Many post-industrial cities have areas of vacant and derelict land (VDL) which can have negative health and environmental impacts on nearby residents. VDL is located predominantly in poorer neighborhoods, posing a disproportionate risk upon these communities. Repurposing these areas into green spaces and community gardens may mitigate the risk of health and environmental hazards, but they may also result in unintended adverse impacts on the community, particularly displacement stemming from rises in property values due to new-found developer interest in the area.
Using Brooklyn, New York as a case study, CUNY SPH Associate Professor Andrew Maroko and Professor Juliana Maantay of Lehman College examined whether proximity to community gardens in less affluent neighborhoods is associated with an increased likelihood of gentrification. The results were published in the International Journal of Environmental Research and Public Health.
The researchers used Geographic Information Systems and two spatial methods: a census block group proximity analysis, and a hot spot analysis, to determine the potential impact of proximity to community gardens in lower-income areas. The researchers found that proximity to community gardens is associated with significant increases in per capita income over the five years study period, which is indicative of areas undergoing gentrification. This has implications for environmental justice because existing lower-income residents are likely to be displaced after their community is improved environmentally.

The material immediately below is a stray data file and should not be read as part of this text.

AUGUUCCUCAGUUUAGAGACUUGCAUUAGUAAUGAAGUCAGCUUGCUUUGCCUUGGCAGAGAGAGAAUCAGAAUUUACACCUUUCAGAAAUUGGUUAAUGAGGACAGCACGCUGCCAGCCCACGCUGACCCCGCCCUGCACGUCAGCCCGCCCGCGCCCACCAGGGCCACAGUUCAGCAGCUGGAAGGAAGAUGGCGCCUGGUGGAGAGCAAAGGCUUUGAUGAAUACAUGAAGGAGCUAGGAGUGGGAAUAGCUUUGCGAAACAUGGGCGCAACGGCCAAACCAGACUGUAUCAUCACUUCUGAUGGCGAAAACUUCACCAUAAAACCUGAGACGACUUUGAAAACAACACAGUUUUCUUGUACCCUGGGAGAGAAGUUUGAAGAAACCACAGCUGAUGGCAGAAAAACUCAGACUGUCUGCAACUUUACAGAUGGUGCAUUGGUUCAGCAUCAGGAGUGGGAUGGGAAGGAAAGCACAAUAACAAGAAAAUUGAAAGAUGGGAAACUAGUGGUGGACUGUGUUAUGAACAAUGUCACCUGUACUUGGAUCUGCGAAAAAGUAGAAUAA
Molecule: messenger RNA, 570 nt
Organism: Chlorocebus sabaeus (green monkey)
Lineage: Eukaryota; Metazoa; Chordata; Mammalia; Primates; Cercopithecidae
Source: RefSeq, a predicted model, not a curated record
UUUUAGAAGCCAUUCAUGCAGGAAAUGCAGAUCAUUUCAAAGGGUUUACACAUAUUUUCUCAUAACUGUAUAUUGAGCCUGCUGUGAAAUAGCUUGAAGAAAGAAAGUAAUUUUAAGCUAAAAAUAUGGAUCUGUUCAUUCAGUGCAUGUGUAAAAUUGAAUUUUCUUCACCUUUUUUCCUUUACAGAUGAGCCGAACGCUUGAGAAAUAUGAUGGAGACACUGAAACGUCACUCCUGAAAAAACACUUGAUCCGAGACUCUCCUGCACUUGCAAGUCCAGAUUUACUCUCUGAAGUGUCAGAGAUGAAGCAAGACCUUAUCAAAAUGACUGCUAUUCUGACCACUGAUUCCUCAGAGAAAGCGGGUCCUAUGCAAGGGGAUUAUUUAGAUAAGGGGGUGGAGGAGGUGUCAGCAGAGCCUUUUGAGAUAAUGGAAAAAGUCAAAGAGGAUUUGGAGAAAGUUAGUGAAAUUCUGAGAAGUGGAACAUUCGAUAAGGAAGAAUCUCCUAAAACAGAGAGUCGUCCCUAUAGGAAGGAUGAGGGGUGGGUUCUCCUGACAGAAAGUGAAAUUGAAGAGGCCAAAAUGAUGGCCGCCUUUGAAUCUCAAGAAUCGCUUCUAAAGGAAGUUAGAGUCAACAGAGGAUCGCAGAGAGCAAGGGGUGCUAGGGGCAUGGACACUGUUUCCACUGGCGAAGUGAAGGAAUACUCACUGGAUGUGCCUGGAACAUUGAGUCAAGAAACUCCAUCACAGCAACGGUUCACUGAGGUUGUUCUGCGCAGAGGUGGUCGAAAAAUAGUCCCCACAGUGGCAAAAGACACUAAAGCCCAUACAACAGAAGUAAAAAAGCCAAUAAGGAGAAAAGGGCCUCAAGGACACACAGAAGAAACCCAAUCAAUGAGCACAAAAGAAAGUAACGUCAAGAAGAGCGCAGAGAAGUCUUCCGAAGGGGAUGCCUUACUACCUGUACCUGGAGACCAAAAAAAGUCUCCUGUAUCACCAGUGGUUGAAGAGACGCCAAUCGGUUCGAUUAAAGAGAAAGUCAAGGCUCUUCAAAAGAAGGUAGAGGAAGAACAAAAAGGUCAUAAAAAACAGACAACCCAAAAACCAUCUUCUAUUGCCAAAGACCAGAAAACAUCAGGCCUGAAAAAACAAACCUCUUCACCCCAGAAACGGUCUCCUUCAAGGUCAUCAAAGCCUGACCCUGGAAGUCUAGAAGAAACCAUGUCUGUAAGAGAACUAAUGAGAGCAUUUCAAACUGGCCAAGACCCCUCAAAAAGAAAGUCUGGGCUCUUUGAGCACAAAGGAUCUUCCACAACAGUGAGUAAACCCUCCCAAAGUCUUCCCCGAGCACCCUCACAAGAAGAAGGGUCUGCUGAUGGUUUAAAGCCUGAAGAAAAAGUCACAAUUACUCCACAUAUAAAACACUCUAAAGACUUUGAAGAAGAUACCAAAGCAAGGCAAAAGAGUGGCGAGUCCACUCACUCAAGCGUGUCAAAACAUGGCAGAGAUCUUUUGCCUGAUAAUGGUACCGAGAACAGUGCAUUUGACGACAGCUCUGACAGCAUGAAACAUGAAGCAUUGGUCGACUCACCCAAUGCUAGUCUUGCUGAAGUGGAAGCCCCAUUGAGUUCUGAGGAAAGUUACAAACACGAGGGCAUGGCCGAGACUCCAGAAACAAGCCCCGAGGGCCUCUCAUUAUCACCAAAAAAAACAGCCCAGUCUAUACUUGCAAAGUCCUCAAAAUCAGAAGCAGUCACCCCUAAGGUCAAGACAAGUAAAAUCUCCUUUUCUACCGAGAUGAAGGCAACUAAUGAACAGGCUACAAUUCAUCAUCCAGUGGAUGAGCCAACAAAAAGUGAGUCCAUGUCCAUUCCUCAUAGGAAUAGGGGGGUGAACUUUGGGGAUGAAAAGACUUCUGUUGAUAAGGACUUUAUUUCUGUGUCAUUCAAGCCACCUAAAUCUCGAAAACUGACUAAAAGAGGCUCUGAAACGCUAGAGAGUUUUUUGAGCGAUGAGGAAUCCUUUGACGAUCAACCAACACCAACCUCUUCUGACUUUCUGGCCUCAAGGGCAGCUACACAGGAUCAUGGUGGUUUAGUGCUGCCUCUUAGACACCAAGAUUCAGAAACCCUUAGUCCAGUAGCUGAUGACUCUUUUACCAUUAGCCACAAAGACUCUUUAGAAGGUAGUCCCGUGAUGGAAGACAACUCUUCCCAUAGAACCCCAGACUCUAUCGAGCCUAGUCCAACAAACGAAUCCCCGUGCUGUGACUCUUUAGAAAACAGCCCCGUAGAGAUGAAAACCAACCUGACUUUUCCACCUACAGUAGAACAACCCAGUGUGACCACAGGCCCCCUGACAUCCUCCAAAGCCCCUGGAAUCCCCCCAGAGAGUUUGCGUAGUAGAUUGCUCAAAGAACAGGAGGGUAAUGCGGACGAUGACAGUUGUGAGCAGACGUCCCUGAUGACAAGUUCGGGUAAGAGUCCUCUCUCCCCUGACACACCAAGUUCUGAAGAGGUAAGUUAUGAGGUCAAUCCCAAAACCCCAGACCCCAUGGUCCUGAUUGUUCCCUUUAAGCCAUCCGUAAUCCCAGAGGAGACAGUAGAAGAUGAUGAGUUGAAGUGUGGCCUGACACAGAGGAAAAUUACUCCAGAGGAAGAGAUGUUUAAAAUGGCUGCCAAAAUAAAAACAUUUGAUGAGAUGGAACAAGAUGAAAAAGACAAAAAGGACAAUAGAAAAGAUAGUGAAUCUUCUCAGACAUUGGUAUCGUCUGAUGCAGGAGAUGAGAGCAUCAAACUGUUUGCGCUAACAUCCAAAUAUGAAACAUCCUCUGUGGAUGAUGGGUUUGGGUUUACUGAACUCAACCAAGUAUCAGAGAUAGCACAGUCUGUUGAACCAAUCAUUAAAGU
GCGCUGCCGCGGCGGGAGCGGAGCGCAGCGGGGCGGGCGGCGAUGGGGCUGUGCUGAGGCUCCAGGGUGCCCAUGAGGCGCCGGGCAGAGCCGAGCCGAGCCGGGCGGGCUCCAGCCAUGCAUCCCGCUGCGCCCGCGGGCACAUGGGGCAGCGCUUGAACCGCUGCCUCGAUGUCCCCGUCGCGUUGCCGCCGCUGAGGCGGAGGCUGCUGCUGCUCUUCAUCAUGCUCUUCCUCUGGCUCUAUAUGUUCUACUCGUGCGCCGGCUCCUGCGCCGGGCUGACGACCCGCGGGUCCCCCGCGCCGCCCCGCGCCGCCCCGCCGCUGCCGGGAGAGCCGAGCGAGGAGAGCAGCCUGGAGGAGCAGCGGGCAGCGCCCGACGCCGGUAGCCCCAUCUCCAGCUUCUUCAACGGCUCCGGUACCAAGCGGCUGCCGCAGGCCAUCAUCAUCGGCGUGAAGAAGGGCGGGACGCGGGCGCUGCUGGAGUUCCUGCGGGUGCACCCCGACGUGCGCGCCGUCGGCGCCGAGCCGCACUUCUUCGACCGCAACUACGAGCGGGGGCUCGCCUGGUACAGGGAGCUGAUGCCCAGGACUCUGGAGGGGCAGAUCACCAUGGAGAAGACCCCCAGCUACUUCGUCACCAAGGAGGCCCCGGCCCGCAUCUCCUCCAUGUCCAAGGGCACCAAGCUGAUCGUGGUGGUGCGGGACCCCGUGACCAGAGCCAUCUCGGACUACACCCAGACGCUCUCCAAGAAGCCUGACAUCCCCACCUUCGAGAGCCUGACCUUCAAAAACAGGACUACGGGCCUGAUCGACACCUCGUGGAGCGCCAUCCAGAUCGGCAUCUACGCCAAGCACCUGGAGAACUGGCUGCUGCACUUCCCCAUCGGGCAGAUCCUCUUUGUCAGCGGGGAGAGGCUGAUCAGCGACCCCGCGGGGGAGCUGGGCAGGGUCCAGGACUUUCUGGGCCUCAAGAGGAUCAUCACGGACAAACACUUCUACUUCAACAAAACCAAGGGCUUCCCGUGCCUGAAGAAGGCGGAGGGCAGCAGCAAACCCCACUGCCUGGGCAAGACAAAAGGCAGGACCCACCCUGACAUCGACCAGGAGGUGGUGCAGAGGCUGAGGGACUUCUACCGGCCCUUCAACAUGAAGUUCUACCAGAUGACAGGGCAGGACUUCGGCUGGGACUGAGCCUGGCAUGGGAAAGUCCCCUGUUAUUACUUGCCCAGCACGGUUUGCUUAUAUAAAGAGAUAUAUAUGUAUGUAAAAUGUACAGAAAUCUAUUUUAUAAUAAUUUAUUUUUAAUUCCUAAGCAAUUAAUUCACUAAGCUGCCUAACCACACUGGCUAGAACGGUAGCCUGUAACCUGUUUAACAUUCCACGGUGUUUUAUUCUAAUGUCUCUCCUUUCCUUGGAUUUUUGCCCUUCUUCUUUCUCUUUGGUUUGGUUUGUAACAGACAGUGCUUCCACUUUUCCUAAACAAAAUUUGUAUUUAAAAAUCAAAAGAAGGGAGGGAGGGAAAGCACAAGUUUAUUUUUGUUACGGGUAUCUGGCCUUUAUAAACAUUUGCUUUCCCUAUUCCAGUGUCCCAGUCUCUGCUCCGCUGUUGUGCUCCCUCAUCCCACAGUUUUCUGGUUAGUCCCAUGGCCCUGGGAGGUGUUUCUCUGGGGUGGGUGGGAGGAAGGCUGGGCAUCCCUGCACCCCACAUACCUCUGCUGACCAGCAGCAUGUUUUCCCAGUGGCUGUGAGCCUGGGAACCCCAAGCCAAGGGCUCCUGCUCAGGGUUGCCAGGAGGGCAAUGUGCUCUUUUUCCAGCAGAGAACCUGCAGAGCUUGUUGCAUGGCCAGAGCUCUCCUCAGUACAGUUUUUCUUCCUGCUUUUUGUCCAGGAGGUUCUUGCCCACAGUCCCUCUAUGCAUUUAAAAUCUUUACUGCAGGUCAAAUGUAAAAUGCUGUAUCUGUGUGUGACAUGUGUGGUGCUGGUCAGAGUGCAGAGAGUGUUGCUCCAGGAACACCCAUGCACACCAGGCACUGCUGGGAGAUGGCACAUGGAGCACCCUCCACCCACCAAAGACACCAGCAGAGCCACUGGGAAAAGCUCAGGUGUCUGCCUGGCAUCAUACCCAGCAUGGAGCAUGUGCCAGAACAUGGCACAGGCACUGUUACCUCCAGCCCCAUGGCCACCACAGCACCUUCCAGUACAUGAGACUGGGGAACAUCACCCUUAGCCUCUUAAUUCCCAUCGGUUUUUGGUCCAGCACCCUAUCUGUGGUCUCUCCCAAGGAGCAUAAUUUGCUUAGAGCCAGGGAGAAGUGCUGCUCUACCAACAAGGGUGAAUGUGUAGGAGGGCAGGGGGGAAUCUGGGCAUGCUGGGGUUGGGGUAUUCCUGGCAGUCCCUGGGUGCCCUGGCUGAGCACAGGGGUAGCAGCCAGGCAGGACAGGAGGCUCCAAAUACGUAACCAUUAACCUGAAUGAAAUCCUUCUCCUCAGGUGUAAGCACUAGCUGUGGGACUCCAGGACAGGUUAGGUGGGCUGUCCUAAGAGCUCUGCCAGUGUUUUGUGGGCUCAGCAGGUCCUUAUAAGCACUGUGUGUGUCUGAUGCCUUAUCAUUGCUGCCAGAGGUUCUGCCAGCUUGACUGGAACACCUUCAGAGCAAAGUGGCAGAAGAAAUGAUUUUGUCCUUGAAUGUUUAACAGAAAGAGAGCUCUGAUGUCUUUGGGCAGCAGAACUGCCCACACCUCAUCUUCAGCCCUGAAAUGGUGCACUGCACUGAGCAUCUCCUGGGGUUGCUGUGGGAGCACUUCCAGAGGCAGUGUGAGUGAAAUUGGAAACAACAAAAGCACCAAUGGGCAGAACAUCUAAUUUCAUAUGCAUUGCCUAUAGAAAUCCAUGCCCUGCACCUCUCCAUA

“We think community led responses to environmental equity issues are extremely important, and our concern is the possibility that the very things which a community can do to improve their local environment may ultimately contribute to their displacement from it,” says Maroko.
Juliana A. Maantay and Andrew R. Maroko, Brownfields to Greenfields: Environmental Justice Versus Environmental Gentrification. Int. J. Environ. Res. Public Health 2018, 15(10), 2233; doi:10.3390/ijerph15102233